* Editor’s note: This is the third in a series of stories highlighting career technical education courses offered at Davis High School.
By Annie Mitchell
Sometimes, knowing what you don’t want to be when you grow up is more helpful.
For Davis High School senior Jillian King, the career technical education class, Internet Engineering 1, gave her this valuable information.
Before signing up for Kevin Anderson’s class in her junior year, King thought that she was on her way into the growing professional field of computer science or information technology.
“Working with tech, figuring out systems, setting up platforms for people in big companies — that’s what I kinda thought I’d like to do because I like to do that for my family’s devices,” King said.
However, after taking Internet Engineering 1, which is sponsored by the Cisco Networking Academy Program, King “just didn’t fall in love with it.”
Students in Internet Engineering 1 and 2 create an account with the Cisco Networking Academy, which provides the course material and offers an opportunity to take an industry examination to become a certified network technician after two years, according to the Davis High course description.
“Cisco has created partnerships with schools and colleges, businesses, nonprofit organizations, international organizations, unions, and government agencies, and works to provide real-world skills for all students in the certification tracks,” the course description reads. “Many students use the training to get a higher-paying entry-level job, or improve their job skills for promotion opportunities.”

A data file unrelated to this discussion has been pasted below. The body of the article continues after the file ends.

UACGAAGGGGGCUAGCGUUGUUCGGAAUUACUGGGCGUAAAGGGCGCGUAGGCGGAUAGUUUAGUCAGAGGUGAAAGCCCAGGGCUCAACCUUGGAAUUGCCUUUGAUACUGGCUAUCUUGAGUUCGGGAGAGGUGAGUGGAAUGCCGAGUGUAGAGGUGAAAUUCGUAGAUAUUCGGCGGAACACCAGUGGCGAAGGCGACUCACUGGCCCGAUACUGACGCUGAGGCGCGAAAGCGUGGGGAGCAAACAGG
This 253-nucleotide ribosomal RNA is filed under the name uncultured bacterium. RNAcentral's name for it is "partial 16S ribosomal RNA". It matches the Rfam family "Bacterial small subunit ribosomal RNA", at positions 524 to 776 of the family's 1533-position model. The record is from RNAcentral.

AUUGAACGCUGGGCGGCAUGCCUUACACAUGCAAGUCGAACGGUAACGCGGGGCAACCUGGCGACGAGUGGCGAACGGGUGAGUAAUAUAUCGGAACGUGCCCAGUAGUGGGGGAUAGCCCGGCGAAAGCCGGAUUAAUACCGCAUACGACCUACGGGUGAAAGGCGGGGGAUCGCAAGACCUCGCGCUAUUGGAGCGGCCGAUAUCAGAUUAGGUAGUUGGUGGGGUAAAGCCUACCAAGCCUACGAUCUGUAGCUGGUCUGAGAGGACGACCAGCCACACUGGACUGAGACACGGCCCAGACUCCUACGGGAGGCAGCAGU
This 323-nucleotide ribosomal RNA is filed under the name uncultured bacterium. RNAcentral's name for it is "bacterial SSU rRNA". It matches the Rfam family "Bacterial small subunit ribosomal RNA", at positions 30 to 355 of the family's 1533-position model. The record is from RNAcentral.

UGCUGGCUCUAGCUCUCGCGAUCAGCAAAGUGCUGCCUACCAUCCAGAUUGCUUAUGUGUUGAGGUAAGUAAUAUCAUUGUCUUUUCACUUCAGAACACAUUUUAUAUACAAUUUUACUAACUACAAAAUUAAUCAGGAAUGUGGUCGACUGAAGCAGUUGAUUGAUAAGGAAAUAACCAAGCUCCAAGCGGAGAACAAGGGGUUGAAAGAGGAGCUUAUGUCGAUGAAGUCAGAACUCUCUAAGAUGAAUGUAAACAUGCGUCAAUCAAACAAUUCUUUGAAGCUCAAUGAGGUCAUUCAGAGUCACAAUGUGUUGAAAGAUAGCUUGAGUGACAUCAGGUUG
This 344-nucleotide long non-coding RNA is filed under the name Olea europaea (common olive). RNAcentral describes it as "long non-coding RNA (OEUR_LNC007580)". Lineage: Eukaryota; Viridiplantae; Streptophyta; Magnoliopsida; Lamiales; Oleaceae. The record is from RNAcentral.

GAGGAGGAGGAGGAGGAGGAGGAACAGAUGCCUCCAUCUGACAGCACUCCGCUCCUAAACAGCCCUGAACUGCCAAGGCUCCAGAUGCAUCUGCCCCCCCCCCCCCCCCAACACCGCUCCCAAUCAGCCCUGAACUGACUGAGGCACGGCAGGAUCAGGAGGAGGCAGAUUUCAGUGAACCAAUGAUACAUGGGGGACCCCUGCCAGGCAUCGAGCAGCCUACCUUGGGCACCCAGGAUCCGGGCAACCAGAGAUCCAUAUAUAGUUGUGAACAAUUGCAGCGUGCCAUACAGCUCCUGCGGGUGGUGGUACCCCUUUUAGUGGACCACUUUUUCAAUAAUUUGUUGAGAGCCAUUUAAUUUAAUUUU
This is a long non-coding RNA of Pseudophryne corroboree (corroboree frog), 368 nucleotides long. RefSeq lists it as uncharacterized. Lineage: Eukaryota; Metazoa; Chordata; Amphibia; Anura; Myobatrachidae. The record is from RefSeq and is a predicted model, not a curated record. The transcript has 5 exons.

Anderson elaborated on the internet engineering courses.
“Students can learn networking system/job skills, receive college credit, prepare for IT industry certification and get a foundation for cybersecurity,” he said. “The curriculum for this class was developed by Cisco Systems (and) courses are designed by experts in information technology, (which) gives students real-world knowledge, preparation for college, and also develops skills for the internet of things (web-enabled smart devices),” estimated to number more than 20 billion devices by the year 2020.
King describes the class as “hands-on, but on the computer.” She appreciated the times when Anderson would visually demonstrate what was going on within the computers.
“Those visual representations that he would do were super cool and helped you understand what was going on when we were coding and sending things through on our packet tracer systems on our computers,” King said.
Though King now knows she does not want to major in internet engineering, she appreciates the effort that the DHS class does to prepare students for computer science careers.
“I think (the class) definitely gives you a feel for what that career would be like,” King said. “It made me realize that (internet engineering) wasn’t necessarily what I wanted to do in college, but for other people, they were like, ‘Oh, I really like this, I really enjoy this.’”
Of course, Anderson also knows of many former students who have used the computer courses at DHS as a career jumping-off point.
“DHS students have used these skills in their college courses and on the job,” Anderson said. “There are former DHS students in the IT industry that are cybersecurity professionals, and engineers that design software drivers for networking equipment, for example.”
The job market is hot, too.
“There is need for cybersecurity professionals as there are not enough people to fill positions in that area,” Anderson said. “Right now the IT industry is facing the ‘Silver Tsunami,’ where a lot of people are retiring and more employment opportunities exist.”
Senior Aaron Margolis believes the class prepared him for the Computer Essentials A AP test. Though, like King, he did not continue with Internet Engineering 2 after taking the beginning class, “it was help on my journey,” Margolis said.
Besides Internet Engineering 1 and 2, Anderson said DHS students also can take Cybersecurity ICT Essentials and programming.
“Students at DHS can take the computer classes here to prepare directly for a career in the IT industry or continue towards college,” Anderson said.
— Enterprise staff writer Tanya Perez contributed to this story.
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